While I prefer EMG pickups, and a string-thru-body with locking tuners, there are many options for hardware configurations depending on your preference.
Guitars and basses are all of neck-thru-body construction for better feel and sustain. Many exotic and domestic fingerboard woods are available, as well as custom inlay.
If you can conceive it, I can probably build it. Your body style, the wood you like, the finish of your choice. These are total custom instruments.
Each guitar comes with a custom wood case and a guitar strap with straplocks. You are on your own for cables and an amp.
I began playing at about 13 years old with a 4-string bass. I quickly decided that I wanted the added challenge and range of 2 more strings, so I traded for a cheap guitar. Axe in hand, I started a band with a few friends and became the stereotypical teenage metal-head.
There were some poor decisions on my part that found me as a young family man with an urgent need for a regular income. So ended my guitar dreams, at least for a while.
Not to be denied, my need to play saw me join a handful of bands and even enjoy enough success to open shows for people you may have actually heard of. At least until an accident put that to a stop.
I still play for fun, but my focus now is on the build.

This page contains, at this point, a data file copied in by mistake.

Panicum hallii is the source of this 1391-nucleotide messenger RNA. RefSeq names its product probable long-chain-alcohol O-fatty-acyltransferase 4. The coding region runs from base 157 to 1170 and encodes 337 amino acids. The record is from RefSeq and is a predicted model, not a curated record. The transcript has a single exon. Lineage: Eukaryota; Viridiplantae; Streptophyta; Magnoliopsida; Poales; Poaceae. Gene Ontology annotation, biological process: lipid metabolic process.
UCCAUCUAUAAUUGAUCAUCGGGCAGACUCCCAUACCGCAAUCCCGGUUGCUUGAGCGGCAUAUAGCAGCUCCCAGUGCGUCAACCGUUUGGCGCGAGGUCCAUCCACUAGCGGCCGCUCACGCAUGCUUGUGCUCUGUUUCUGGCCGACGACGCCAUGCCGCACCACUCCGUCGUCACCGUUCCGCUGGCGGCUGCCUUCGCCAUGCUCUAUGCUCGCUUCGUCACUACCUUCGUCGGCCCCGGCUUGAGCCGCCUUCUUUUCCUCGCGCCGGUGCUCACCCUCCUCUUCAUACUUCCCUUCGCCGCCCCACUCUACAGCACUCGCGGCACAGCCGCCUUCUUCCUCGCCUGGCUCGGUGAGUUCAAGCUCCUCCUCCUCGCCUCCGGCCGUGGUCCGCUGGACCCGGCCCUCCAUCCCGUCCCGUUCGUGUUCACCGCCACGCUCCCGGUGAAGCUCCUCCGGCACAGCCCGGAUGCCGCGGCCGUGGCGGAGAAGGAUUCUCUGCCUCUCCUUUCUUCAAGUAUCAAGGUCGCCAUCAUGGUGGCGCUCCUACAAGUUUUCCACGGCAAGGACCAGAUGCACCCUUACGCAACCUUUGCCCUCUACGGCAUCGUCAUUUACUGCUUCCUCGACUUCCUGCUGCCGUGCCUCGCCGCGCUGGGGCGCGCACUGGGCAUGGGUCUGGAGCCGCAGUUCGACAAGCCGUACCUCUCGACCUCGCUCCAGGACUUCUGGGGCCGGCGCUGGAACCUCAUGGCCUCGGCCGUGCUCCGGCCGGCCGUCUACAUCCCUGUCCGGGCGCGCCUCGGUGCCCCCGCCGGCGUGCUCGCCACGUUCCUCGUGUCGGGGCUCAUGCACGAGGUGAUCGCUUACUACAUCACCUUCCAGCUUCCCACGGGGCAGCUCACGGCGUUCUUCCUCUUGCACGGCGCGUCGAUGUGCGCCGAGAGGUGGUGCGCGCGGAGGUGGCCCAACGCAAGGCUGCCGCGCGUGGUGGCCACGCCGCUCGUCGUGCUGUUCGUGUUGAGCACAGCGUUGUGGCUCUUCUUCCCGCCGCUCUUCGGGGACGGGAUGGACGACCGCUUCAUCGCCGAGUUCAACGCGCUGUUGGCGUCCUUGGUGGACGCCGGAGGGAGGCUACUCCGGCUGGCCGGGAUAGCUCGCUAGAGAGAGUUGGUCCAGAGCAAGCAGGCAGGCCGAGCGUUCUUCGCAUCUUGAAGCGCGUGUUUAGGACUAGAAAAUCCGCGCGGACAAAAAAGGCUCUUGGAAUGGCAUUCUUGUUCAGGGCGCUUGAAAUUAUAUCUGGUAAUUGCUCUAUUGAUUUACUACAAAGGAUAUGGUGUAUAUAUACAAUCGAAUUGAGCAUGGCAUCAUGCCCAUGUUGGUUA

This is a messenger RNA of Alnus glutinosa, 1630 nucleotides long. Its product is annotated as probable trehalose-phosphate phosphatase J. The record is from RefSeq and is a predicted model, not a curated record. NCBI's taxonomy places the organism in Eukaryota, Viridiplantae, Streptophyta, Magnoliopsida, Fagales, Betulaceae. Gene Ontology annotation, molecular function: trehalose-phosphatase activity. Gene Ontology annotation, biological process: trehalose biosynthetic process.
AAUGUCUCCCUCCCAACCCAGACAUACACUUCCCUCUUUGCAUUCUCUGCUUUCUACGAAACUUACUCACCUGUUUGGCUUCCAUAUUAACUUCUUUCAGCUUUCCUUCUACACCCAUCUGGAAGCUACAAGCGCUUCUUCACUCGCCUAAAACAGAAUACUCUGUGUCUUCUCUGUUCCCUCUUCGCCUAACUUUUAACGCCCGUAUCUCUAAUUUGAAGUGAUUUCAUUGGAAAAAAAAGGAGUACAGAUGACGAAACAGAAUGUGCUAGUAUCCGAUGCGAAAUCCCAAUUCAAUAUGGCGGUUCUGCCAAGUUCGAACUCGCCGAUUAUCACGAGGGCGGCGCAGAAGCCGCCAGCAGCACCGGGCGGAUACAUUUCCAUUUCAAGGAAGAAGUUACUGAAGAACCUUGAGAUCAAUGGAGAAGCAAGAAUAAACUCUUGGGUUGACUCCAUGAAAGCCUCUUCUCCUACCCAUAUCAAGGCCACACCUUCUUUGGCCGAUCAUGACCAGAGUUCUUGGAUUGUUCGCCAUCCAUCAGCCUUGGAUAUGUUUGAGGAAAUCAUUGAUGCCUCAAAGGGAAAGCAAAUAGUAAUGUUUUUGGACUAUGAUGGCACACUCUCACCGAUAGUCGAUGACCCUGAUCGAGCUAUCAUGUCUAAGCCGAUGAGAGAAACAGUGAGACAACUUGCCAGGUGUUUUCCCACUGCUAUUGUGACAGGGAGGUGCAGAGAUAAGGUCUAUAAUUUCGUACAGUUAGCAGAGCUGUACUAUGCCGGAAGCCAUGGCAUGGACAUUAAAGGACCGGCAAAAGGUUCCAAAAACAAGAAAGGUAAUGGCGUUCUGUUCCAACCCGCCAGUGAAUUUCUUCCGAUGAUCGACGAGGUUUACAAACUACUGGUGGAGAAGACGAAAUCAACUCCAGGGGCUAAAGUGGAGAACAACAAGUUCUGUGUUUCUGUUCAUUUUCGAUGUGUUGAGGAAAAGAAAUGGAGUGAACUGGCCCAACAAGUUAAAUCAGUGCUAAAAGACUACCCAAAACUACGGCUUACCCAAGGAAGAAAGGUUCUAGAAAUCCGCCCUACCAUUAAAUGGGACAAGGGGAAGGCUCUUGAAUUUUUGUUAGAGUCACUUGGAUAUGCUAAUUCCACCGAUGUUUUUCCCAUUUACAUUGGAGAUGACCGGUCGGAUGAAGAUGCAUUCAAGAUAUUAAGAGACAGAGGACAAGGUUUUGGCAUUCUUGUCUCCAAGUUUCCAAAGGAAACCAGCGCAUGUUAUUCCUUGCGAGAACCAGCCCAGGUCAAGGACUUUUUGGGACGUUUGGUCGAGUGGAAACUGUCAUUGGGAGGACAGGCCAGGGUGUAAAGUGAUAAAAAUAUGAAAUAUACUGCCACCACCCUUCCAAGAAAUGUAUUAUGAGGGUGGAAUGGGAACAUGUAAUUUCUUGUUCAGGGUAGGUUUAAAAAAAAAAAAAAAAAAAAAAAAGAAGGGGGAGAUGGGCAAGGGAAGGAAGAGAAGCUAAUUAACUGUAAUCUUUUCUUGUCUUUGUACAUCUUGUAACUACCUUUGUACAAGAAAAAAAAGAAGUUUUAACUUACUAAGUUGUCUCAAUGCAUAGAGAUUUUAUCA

I personally do all of the woodcraft, including inlays along with any decorative metal.
My paint work is done by award-winning custom painter Chris Ramirez over at RR/C.
Back in the days when I still harbored dreams of being a guitar-god rock star, I began the search for the guitar of my dreams. As the search drug on, I began to realize that such an instrument did not exist.
So I began to do research. I bought parts. I did more research. The parts sat and gathered dust while I worked to tutor my luthier knowledge. With that knowledge came the understanding that I had neither the tools or the skills to perform my task.
After much sacrifice, I purchased enough tooling to allow me to resume the build of my dream guitar. It was time to put my knowledge into practice. Unfortunately, skills cannot be purchased. So began the learning curve, and some destruction ensued.
Somehow, I was able to work my way through my first guitar, a bulky, maple-bodied, 'W' shaped axe. While it did not end up as nice as I had envisioned, it was still nice enough to make me put down my old guitar in favor of my home made one.
Still, I was not entirely happy with the end result and have since been on an endless push to improve my quality while expanding the limits of what can be done. While that journey will never be done, I am pretty pleased with these instruments, and I'm confident that you will be, too.